[indiscernible] you can help me out if I get off track here. But I'm glad you asked about CR3 because we really didn't talk a lot about that today. CR3 is our third generation of what our new vision is. There was a few things that we wanted to accomplish with our CR3 format. First, as Mike had indicated, one of the things we want to do is create potential growth in some consumable categories. So by separating HBA and food, it enabled us to grow those categories without having to relay the entire store. So we've got additional capacity to grow. We've done several -- was it 50 to 100 of those, so far? Okay, 350. And while it's very early, those stores are doing even better than the CR2 format, and they cost less. Our team has done a fantastic job of trying to get costs out of those things to make the hurdle rates lower. Some of that work that we outsourced is being in-sourced, and that cut a lot of costs down. And we're just being more careful and cautious about some of the fixturing and so on. But that's a good story. We're very excited about what we're seeing there in the early stages. And again, I think it sets us up for growth without having to reset and go through some of the work that we've just been through in a lot of those newer formats.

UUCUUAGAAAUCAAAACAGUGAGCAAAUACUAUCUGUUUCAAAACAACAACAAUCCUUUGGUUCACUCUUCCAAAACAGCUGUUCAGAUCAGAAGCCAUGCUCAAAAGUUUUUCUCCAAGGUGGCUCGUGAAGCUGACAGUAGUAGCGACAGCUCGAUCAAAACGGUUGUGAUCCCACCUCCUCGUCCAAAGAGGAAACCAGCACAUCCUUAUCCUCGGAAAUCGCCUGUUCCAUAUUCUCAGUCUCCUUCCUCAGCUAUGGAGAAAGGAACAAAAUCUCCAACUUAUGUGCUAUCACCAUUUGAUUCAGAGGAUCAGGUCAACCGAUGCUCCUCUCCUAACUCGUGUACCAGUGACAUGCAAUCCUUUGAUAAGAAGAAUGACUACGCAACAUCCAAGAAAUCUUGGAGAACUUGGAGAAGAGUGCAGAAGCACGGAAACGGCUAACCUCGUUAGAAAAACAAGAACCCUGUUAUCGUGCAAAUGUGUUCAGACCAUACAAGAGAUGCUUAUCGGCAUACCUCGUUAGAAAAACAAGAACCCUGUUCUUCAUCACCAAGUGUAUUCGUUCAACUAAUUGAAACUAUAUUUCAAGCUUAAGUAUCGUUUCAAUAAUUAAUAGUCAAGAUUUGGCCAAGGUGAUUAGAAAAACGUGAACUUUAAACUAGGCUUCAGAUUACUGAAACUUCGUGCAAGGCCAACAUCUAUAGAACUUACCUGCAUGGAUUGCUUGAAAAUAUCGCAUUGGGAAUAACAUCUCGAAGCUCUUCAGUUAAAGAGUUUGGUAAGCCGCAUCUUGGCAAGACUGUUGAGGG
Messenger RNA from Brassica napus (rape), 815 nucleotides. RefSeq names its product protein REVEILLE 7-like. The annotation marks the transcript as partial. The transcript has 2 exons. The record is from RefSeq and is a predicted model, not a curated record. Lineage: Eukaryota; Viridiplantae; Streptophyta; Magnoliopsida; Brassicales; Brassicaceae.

Mary A. Winston
Howard, I think we have time for 1 or 2 more questions.
David Schwartzman, Seix Investment Advisors. I see that you're at the lowest point of investment grade. And with the move to using sale leasebacks to finance the growth, that will again pressure that lease adjusted ratio. It seems like -- I'm trying to understand, I guess, the capital, the cash uses because I see the share repurchases are way down. Is that the way you would basically manage that ratio, by keeping your share repurchases to a very low level, if you start to bump again to 3.3 or how do you manage that or can that get away from you?
Mary A. Winston